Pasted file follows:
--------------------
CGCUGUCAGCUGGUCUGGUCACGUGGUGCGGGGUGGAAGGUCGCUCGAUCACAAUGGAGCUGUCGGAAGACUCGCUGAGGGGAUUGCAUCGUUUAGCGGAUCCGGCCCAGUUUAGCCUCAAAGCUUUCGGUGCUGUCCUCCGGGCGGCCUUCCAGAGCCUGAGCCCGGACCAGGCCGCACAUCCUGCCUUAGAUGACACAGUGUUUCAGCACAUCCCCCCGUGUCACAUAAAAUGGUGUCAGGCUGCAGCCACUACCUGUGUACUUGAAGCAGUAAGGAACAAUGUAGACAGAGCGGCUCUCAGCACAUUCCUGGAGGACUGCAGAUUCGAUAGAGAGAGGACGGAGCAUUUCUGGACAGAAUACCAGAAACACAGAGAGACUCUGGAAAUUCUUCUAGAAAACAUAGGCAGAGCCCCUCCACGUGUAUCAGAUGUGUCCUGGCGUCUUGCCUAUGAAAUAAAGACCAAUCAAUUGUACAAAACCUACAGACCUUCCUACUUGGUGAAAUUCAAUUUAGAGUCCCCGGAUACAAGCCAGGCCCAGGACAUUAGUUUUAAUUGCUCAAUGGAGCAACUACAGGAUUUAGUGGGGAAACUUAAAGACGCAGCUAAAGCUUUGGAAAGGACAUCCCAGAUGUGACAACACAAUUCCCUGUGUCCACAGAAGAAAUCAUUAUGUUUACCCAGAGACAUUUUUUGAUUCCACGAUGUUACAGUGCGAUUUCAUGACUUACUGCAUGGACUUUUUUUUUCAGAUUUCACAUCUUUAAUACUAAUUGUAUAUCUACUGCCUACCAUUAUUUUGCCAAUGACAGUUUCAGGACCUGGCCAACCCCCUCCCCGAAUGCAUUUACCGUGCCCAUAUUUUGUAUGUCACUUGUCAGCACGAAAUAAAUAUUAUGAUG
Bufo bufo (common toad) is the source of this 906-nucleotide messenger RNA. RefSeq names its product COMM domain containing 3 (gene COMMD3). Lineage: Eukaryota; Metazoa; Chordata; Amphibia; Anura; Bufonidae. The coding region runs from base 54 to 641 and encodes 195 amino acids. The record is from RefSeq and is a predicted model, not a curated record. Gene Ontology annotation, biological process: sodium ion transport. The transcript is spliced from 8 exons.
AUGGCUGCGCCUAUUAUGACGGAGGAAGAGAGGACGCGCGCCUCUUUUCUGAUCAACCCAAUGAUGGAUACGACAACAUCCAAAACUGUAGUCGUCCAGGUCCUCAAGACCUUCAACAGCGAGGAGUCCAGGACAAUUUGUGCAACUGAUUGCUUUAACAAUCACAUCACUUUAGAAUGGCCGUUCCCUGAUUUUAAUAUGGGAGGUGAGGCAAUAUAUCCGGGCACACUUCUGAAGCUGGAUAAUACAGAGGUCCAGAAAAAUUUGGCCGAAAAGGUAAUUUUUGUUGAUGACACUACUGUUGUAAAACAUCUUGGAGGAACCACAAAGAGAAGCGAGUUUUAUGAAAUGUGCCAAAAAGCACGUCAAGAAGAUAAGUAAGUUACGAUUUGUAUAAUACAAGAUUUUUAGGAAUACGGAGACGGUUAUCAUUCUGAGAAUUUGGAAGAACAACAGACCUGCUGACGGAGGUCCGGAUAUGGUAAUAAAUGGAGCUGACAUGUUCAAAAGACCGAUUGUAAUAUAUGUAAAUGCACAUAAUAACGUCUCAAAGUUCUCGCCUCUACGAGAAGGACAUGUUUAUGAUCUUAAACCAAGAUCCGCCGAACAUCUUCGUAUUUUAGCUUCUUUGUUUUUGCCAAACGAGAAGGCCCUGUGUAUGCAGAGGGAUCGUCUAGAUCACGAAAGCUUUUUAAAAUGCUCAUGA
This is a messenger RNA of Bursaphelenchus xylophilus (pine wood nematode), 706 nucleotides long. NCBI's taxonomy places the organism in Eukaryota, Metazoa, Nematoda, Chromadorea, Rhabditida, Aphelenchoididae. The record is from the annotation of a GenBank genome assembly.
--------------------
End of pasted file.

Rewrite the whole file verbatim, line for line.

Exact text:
CGCUGUCAGCUGGUCUGGUCACGUGGUGCGGGGUGGAAGGUCGCUCGAUCACAAUGGAGCUGUCGGAAGACUCGCUGAGGGGAUUGCAUCGUUUAGCGGAUCCGGCCCAGUUUAGCCUCAAAGCUUUCGGUGCUGUCCUCCGGGCGGCCUUCCAGAGCCUGAGCCCGGACCAGGCCGCACAUCCUGCCUUAGAUGACACAGUGUUUCAGCACAUCCCCCCGUGUCACAUAAAAUGGUGUCAGGCUGCAGCCACUACCUGUGUACUUGAAGCAGUAAGGAACAAUGUAGACAGAGCGGCUCUCAGCACAUUCCUGGAGGACUGCAGAUUCGAUAGAGAGAGGACGGAGCAUUUCUGGACAGAAUACCAGAAACACAGAGAGACUCUGGAAAUUCUUCUAGAAAACAUAGGCAGAGCCCCUCCACGUGUAUCAGAUGUGUCCUGGCGUCUUGCCUAUGAAAUAAAGACCAAUCAAUUGUACAAAACCUACAGACCUUCCUACUUGGUGAAAUUCAAUUUAGAGUCCCCGGAUACAAGCCAGGCCCAGGACAUUAGUUUUAAUUGCUCAAUGGAGCAACUACAGGAUUUAGUGGGGAAACUUAAAGACGCAGCUAAAGCUUUGGAAAGGACAUCCCAGAUGUGACAACACAAUUCCCUGUGUCCACAGAAGAAAUCAUUAUGUUUACCCAGAGACAUUUUUUGAUUCCACGAUGUUACAGUGCGAUUUCAUGACUUACUGCAUGGACUUUUUUUUUCAGAUUUCACAUCUUUAAUACUAAUUGUAUAUCUACUGCCUACCAUUAUUUUGCCAAUGACAGUUUCAGGACCUGGCCAACCCCCUCCCCGAAUGCAUUUACCGUGCCCAUAUUUUGUAUGUCACUUGUCAGCACGAAAUAAAUAUUAUGAUG
Bufo bufo (common toad) is the source of this 906-nucleotide messenger RNA. RefSeq names its product COMM domain containing 3 (gene COMMD3). Lineage: Eukaryota; Metazoa; Chordata; Amphibia; Anura; Bufonidae. The coding region runs from base 54 to 641 and encodes 195 amino acids. The record is from RefSeq and is a predicted model, not a curated record. Gene Ontology annotation, biological process: sodium ion transport. The transcript is spliced from 8 exons.
AUGGCUGCGCCUAUUAUGACGGAGGAAGAGAGGACGCGCGCCUCUUUUCUGAUCAACCCAAUGAUGGAUACGACAACAUCCAAAACUGUAGUCGUCCAGGUCCUCAAGACCUUCAACAGCGAGGAGUCCAGGACAAUUUGUGCAACUGAUUGCUUUAACAAUCACAUCACUUUAGAAUGGCCGUUCCCUGAUUUUAAUAUGGGAGGUGAGGCAAUAUAUCCGGGCACACUUCUGAAGCUGGAUAAUACAGAGGUCCAGAAAAAUUUGGCCGAAAAGGUAAUUUUUGUUGAUGACACUACUGUUGUAAAACAUCUUGGAGGAACCACAAAGAGAAGCGAGUUUUAUGAAAUGUGCCAAAAAGCACGUCAAGAAGAUAAGUAAGUUACGAUUUGUAUAAUACAAGAUUUUUAGGAAUACGGAGACGGUUAUCAUUCUGAGAAUUUGGAAGAACAACAGACCUGCUGACGGAGGUCCGGAUAUGGUAAUAAAUGGAGCUGACAUGUUCAAAAGACCGAUUGUAAUAUAUGUAAAUGCACAUAAUAACGUCUCAAAGUUCUCGCCUCUACGAGAAGGACAUGUUUAUGAUCUUAAACCAAGAUCCGCCGAACAUCUUCGUAUUUUAGCUUCUUUGUUUUUGCCAAACGAGAAGGCCCUGUGUAUGCAGAGGGAUCGUCUAGAUCACGAAAGCUUUUUAAAAUGCUCAUGA
This is a messenger RNA of Bursaphelenchus xylophilus (pine wood nematode), 706 nucleotides long. NCBI's taxonomy places the organism in Eukaryota, Metazoa, Nematoda, Chromadorea, Rhabditida, Aphelenchoididae. The record is from the annotation of a GenBank genome assembly.